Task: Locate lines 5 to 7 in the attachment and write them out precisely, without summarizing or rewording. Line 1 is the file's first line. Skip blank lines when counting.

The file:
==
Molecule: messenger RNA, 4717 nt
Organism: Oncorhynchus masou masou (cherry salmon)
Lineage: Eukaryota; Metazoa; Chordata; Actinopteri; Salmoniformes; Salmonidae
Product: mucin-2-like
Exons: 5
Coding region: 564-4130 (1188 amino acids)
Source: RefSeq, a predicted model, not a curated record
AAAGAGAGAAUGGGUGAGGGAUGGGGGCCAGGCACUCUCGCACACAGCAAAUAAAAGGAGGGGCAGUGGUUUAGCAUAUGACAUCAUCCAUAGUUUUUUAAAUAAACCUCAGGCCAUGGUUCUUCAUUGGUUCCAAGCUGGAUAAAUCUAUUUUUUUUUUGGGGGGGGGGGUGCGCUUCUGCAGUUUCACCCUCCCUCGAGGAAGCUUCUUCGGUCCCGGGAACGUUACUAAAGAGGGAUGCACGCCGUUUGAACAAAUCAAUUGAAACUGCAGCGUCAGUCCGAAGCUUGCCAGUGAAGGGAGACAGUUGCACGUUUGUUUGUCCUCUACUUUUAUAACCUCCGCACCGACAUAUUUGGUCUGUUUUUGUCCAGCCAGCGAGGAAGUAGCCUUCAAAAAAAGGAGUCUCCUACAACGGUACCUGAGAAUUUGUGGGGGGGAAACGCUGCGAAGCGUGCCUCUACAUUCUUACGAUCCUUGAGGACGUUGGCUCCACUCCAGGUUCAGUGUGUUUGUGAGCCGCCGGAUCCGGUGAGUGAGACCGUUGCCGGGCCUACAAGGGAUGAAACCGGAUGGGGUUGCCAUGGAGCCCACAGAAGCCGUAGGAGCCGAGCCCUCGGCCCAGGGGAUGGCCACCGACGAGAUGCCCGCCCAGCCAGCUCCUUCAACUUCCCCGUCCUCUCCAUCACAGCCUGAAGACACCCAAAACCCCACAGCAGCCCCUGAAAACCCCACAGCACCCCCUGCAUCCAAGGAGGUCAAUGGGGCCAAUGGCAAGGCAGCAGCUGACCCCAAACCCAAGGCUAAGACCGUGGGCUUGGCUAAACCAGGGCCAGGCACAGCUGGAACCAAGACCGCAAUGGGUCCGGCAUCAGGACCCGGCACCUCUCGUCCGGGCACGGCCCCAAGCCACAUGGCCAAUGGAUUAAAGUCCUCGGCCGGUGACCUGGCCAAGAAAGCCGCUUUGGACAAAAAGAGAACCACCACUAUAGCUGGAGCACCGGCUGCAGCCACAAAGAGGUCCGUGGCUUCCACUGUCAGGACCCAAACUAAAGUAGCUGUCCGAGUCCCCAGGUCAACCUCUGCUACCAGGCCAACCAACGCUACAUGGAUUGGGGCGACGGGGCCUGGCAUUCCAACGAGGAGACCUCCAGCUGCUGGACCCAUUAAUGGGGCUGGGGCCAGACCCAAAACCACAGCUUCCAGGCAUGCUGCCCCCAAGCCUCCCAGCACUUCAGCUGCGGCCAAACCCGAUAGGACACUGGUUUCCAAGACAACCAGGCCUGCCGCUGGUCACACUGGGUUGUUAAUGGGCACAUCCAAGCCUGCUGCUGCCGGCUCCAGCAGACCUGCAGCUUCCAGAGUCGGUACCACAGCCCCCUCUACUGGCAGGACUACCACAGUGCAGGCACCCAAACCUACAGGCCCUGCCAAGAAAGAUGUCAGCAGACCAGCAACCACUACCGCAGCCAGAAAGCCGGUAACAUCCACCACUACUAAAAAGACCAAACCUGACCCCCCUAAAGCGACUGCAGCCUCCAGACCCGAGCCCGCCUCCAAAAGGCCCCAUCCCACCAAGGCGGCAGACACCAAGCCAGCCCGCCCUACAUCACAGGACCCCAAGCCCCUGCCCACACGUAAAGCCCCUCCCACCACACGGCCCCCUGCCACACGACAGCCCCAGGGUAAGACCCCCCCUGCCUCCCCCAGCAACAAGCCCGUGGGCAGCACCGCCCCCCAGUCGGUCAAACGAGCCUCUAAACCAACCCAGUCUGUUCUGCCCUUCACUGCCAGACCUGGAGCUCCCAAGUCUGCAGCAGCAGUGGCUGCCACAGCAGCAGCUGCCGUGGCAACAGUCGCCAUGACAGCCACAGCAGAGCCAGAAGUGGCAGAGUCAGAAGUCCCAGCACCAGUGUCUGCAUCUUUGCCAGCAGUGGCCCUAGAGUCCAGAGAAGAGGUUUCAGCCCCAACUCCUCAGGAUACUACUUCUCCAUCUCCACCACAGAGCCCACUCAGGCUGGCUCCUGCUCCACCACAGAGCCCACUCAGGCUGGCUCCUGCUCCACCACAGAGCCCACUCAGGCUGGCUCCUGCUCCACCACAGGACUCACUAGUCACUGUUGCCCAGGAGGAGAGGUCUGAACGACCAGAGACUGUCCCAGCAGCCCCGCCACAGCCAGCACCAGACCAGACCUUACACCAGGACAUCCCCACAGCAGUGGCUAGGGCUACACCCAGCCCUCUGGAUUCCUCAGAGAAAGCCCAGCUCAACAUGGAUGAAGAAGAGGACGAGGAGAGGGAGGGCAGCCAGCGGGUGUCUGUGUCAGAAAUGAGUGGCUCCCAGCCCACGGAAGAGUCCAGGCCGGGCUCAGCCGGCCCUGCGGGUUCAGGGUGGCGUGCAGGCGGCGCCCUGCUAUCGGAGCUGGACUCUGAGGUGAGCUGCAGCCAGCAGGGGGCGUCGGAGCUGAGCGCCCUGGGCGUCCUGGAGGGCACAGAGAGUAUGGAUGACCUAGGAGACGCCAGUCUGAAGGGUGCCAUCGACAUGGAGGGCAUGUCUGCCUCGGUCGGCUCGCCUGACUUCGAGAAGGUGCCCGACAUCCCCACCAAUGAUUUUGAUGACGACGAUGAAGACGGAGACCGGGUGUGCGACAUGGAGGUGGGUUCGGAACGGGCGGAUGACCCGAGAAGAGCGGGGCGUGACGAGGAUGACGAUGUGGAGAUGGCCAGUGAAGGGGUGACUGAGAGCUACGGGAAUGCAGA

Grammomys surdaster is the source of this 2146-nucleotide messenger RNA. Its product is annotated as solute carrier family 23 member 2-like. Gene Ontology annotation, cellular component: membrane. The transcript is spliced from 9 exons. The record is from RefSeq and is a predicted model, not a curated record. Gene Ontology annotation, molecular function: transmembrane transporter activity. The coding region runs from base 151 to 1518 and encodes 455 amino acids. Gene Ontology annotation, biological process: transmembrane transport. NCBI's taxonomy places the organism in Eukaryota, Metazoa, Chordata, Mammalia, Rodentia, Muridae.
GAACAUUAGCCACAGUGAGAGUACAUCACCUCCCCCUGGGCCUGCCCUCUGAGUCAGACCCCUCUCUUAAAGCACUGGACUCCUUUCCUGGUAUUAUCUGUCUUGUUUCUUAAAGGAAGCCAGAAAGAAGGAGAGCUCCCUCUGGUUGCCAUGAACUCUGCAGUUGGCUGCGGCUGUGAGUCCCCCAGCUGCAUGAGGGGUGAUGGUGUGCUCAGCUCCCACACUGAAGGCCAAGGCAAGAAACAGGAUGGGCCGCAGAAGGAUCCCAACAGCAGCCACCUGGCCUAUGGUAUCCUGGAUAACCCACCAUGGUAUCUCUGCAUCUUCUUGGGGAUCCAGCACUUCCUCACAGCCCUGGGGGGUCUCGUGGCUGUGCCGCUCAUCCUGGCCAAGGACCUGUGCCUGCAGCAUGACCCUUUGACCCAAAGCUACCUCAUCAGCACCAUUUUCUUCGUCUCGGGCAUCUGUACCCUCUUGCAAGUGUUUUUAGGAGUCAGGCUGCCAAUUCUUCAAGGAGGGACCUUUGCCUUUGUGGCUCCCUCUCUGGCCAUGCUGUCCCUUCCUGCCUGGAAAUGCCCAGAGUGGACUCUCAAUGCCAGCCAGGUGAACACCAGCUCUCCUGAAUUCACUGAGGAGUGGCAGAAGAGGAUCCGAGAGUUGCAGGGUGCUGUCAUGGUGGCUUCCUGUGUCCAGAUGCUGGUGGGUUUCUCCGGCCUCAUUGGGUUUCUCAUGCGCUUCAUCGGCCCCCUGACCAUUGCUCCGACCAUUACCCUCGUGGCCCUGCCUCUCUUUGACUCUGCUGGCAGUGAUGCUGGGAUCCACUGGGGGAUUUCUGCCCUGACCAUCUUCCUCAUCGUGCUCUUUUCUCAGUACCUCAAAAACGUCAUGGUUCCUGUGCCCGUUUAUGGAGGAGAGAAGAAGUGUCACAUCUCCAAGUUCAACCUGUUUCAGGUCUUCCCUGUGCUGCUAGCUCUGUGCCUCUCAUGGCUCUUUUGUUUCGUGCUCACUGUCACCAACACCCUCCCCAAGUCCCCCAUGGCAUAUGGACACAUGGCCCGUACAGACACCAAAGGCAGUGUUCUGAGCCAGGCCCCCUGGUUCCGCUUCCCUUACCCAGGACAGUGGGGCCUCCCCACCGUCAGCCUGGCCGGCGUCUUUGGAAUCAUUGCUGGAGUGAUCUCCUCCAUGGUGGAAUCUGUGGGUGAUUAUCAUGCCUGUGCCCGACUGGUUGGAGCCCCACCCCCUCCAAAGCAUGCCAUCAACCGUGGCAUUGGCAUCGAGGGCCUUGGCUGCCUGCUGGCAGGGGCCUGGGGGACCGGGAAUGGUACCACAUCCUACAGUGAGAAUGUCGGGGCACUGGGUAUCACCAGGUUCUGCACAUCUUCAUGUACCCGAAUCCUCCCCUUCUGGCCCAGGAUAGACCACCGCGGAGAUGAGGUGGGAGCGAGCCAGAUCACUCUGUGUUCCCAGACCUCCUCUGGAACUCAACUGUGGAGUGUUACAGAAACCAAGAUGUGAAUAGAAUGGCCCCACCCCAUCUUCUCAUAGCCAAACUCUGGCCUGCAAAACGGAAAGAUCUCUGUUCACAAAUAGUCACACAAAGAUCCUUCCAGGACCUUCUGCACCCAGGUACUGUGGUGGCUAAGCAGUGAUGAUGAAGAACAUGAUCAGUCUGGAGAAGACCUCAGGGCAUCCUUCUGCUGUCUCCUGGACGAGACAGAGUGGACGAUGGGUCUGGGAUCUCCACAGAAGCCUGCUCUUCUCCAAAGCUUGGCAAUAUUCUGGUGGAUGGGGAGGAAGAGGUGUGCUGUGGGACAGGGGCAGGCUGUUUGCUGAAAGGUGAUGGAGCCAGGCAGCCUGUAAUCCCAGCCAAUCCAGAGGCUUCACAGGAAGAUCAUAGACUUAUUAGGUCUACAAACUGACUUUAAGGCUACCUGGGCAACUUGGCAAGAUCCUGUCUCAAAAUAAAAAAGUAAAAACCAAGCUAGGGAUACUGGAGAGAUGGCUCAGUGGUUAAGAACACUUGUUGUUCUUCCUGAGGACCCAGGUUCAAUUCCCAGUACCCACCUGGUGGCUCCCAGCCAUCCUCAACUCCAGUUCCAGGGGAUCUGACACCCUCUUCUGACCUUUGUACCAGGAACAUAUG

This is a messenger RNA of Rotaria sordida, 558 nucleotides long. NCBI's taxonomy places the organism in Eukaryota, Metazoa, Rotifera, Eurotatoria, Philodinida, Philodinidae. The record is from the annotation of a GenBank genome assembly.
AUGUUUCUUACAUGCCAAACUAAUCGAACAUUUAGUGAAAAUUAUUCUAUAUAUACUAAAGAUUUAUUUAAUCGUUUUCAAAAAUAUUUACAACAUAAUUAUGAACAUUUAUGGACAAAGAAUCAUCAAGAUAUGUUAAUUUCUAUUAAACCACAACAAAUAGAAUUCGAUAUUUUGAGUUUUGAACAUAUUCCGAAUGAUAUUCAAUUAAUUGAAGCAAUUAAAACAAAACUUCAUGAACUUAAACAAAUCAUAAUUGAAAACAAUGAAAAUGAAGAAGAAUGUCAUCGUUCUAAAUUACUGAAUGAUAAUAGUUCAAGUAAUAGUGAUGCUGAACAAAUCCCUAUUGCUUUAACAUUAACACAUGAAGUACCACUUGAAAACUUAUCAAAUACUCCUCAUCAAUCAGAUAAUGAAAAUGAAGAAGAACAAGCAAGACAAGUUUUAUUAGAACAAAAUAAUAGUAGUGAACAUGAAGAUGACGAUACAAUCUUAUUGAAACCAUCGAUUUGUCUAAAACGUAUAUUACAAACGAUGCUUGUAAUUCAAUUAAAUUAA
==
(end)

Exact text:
Exons: 5
Coding region: 564-4130 (1188 amino acids)
Source: RefSeq, a predicted model, not a curated record